What Virgin can learn from Apple (and three other thoughts on a plane)

I was trying to charge my phone on my Virgin Atlantic flight home from London and one of the attendants descended on me to insist that I cease and desist.  I tried to explain that a cell phone was essential to meeting up with one’s car service. She didn’t care.

I thought to myself, "this is not what Apple would have done."  Apple had the very clever idea of turning a moment of customer unhappiness into an exercise in the Apple way.  So we enter the Apple store with our wounded iPhone braced for an unpleasant, accusatory, uncooperative engagement with the "support" staff, and lo and behold, the Apple people actually seem to want to help, to shoulder more than their share of the responsibility to put things right, and then to send us on our way with a song in our heart.  Steve Jobs has found a way to colonize and convert the misery inflected on us by product malfunction.  So simple, so smart, and actually not very difficult.

Virgin Atlantic has not got the news.  They have an unreasonable policy.  (The adapter I was not allowed to use to charge my iPhone was perfectly ok to run my ThinkPad.)  This policy has been seized upon by a staff member as an opportunity to play "big nurse."  (How frustrating for a corporation when a member of the corporation uses their power for personal purposes in this way.)  And when I pled my case, she just got worse.  And Virgin looked still more heartless and unreasonable.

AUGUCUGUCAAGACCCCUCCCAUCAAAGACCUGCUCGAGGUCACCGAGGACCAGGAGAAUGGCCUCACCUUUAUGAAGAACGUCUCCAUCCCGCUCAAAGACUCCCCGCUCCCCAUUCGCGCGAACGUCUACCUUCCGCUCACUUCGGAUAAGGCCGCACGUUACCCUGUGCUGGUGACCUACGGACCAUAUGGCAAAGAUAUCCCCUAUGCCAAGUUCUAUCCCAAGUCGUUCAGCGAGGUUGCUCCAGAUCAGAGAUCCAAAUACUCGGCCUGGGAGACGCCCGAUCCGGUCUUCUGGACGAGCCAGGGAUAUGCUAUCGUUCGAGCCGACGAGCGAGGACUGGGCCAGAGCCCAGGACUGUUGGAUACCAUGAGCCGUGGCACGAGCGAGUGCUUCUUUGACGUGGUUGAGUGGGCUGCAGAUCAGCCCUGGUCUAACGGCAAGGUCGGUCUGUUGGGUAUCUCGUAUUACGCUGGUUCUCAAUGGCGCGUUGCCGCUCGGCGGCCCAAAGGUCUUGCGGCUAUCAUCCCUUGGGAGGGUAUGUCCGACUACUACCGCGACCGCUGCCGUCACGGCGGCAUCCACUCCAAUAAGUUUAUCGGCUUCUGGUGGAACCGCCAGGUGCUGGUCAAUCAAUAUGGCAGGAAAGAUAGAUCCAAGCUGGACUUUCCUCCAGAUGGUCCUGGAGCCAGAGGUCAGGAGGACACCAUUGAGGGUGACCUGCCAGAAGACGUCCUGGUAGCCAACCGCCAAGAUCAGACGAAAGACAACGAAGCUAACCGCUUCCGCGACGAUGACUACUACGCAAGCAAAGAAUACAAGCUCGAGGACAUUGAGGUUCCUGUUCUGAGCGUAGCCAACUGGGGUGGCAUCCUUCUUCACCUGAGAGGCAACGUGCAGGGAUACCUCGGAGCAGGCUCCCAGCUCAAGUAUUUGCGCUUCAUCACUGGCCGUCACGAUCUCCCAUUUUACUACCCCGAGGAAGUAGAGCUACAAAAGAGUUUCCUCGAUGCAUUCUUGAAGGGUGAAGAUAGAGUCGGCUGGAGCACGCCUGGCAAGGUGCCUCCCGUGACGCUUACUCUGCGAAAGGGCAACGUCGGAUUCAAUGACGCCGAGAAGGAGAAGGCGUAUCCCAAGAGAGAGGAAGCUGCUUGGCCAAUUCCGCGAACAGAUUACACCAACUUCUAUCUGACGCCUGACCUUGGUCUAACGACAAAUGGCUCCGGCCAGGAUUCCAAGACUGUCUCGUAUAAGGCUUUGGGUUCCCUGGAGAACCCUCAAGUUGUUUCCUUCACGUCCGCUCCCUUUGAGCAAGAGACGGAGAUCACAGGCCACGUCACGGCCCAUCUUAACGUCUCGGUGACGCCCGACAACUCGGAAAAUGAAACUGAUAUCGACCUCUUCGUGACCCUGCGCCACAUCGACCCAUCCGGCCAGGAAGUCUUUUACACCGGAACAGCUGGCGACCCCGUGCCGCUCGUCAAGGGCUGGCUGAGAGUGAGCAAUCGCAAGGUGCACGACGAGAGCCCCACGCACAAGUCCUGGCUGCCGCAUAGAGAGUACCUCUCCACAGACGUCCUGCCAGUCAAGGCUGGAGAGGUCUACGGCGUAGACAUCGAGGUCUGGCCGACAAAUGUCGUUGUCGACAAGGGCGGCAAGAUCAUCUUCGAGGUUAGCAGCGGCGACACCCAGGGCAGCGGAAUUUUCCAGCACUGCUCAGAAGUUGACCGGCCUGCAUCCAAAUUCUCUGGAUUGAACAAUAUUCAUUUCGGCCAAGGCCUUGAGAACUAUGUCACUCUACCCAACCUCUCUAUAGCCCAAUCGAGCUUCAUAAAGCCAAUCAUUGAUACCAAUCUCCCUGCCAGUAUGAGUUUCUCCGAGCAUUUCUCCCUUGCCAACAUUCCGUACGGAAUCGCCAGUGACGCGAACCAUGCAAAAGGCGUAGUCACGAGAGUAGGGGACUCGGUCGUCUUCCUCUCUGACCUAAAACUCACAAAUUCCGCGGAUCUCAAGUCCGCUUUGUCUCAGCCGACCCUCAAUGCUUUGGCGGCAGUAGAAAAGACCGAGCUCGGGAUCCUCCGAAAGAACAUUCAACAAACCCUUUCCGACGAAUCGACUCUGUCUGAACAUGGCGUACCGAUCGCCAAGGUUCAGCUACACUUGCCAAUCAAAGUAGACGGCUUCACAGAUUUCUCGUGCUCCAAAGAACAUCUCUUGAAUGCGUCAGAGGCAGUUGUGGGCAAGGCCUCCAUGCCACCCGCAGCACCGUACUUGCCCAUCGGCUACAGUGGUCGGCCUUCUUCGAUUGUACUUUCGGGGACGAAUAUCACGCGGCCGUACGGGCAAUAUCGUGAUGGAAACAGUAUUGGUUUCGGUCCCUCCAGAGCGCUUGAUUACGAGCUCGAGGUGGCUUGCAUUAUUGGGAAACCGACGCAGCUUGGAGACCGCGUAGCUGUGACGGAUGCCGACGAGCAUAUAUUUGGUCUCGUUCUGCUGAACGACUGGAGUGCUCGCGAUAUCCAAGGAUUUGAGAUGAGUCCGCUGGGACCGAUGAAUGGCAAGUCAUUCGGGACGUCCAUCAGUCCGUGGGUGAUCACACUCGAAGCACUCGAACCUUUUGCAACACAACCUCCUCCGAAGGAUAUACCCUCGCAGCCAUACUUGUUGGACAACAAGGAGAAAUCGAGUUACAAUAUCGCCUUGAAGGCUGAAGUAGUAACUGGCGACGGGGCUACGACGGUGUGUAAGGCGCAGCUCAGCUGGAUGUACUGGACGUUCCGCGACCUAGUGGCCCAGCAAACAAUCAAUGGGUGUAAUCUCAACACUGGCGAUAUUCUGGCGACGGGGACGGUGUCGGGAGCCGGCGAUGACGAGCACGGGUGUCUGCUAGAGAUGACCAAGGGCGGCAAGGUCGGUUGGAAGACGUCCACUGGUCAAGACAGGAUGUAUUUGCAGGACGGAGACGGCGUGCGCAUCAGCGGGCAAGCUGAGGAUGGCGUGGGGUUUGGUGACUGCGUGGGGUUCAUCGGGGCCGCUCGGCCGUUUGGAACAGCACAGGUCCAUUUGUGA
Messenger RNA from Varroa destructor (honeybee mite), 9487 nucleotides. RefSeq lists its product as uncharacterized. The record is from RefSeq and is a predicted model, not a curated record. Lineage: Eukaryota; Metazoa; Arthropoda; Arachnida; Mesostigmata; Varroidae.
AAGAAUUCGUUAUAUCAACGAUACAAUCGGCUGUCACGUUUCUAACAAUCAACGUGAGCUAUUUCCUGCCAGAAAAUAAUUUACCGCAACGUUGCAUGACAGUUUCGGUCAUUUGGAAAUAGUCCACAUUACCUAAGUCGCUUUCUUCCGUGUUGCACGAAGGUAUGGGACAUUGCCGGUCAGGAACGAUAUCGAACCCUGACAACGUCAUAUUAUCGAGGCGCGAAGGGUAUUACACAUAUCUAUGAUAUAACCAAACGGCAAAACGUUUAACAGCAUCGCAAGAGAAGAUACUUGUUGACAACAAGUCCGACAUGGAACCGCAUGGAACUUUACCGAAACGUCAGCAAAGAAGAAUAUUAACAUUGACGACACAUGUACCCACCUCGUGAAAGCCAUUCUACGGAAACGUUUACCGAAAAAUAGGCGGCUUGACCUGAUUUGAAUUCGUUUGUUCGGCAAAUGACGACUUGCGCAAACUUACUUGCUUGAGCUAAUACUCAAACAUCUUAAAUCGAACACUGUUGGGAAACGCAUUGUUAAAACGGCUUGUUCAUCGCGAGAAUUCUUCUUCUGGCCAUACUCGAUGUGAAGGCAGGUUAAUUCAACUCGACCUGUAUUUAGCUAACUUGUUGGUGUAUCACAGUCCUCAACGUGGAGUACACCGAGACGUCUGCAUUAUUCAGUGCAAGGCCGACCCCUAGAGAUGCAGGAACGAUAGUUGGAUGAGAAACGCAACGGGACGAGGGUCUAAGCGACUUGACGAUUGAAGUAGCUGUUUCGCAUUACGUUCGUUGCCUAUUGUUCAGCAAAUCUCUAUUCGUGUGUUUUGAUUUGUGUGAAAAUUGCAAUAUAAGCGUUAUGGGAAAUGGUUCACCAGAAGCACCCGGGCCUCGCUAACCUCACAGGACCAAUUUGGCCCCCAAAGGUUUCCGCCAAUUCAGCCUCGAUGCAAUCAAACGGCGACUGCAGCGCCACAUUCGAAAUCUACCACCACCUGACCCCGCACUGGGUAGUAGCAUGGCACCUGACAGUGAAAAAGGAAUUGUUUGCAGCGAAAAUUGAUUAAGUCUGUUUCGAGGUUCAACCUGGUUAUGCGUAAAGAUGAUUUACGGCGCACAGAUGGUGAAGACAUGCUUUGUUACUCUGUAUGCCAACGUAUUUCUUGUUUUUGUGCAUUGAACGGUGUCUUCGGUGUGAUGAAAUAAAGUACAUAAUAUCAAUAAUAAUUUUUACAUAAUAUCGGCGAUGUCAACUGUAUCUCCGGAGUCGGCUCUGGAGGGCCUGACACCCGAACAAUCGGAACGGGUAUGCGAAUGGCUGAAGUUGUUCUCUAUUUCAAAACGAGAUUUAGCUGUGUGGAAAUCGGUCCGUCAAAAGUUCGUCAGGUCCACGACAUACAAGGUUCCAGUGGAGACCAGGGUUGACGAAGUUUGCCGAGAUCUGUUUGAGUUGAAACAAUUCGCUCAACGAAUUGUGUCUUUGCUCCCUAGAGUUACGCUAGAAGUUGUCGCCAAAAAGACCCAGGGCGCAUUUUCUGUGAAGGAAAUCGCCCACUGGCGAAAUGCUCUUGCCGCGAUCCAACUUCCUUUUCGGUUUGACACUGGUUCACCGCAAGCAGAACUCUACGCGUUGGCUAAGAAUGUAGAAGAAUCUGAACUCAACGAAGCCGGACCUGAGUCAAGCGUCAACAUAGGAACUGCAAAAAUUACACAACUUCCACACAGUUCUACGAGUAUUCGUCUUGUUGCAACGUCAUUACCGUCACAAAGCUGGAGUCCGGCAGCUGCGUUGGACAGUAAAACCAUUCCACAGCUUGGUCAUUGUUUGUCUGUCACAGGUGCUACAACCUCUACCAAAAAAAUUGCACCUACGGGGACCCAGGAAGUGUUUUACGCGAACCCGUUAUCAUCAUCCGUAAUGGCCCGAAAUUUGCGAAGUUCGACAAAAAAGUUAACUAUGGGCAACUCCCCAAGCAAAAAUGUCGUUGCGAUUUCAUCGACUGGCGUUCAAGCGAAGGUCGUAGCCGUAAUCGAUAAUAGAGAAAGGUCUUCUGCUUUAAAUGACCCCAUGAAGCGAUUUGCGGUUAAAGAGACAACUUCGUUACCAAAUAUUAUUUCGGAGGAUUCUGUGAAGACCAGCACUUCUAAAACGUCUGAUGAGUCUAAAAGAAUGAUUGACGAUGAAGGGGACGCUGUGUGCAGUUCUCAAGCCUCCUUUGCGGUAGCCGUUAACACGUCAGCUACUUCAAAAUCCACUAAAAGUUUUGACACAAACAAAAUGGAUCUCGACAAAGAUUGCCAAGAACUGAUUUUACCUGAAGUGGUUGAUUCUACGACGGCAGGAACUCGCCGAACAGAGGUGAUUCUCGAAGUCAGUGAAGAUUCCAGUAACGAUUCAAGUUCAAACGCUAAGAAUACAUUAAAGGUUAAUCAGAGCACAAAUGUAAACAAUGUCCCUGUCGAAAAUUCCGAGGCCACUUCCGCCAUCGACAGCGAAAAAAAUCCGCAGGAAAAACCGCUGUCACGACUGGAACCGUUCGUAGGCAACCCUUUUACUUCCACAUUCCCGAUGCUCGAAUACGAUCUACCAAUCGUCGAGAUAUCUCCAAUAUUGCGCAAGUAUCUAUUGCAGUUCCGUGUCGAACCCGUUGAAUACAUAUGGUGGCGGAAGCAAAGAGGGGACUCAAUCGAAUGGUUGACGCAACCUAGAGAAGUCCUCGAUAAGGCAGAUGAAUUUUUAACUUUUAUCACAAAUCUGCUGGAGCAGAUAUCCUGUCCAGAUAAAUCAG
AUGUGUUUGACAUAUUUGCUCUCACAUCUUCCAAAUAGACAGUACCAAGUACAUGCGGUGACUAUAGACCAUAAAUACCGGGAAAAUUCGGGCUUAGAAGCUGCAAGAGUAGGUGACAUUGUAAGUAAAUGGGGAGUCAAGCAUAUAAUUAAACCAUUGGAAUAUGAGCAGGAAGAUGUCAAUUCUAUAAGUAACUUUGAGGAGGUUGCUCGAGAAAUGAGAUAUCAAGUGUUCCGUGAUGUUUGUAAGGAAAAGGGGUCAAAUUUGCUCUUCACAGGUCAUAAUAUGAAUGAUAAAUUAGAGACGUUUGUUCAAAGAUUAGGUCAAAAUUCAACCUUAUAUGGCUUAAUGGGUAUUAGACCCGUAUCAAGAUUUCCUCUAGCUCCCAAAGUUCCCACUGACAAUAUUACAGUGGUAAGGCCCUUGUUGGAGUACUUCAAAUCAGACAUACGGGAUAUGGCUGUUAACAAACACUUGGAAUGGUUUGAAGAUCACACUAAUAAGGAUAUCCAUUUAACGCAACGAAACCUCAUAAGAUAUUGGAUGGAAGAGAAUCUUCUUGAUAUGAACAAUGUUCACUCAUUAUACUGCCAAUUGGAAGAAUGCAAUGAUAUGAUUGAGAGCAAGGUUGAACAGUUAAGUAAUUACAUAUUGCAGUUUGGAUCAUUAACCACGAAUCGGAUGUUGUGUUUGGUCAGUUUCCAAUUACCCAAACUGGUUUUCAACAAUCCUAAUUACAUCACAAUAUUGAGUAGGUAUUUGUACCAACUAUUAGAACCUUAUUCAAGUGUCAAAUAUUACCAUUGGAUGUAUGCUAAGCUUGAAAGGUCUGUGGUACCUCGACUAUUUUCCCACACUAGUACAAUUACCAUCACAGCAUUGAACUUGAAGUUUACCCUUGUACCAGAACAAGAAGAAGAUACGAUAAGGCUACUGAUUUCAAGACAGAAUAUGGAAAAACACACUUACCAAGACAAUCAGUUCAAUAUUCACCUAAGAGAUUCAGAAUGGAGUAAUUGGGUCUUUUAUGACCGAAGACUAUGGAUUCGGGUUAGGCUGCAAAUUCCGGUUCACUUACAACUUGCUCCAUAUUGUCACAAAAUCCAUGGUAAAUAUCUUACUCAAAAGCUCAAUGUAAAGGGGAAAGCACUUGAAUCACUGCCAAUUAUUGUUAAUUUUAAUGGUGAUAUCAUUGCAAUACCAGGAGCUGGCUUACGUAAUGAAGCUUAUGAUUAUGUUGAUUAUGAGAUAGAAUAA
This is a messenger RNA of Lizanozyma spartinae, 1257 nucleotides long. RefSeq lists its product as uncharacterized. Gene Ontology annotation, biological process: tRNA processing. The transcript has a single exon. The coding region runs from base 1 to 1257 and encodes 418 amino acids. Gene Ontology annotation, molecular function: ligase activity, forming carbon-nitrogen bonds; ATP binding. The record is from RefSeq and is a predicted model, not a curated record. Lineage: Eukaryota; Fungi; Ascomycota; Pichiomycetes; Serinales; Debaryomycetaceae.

You kill yourself to build a brand, and this happens.  Natalie could have found a way to give me an extra 5 minutes of charge.  "Our little secret" and "this is an exception I make only for you" would have augmented the brand wonderfully.  But no.  Natalie was triumphant. And damn the brand.

Everything else about the VA experience, I have to say, was really pretty well done.  I recommend it.  (Just be careful to avoid you know who.)  


BP has now worked it’s way through the Kubler Ross stages of grief and bows before it’s fate.  There is only one way out.  I wish I had thought of it, but I must give credit to Gregg Fraley who over drinks after the London Bootcamp noted that BP needed to make itself the absolute master of ecological calamities, the company to whom the rest of the world turns when something like this goes wrong, the go-to expert from this point forward.  Otherwise, they are utterly the villain of the piece and the brand is a write off.  (See Greg’s blog here.)


I found a piece in The Financial Times on luxury flourishing in certain markets.  That it should do so in China is perhaps not surprising.  In Shanghai a Rolls Royce Ghost costs a quarter of million dollars.  (A Phantom twice as much.)  All the better to send that status message.  But then we are accustomed to seeing classic competitive spending, status emulation, and conspicuous consumption of this kind, and indeed, we have ideas at the ready from Veblen, Simmel and Warner, to name a few.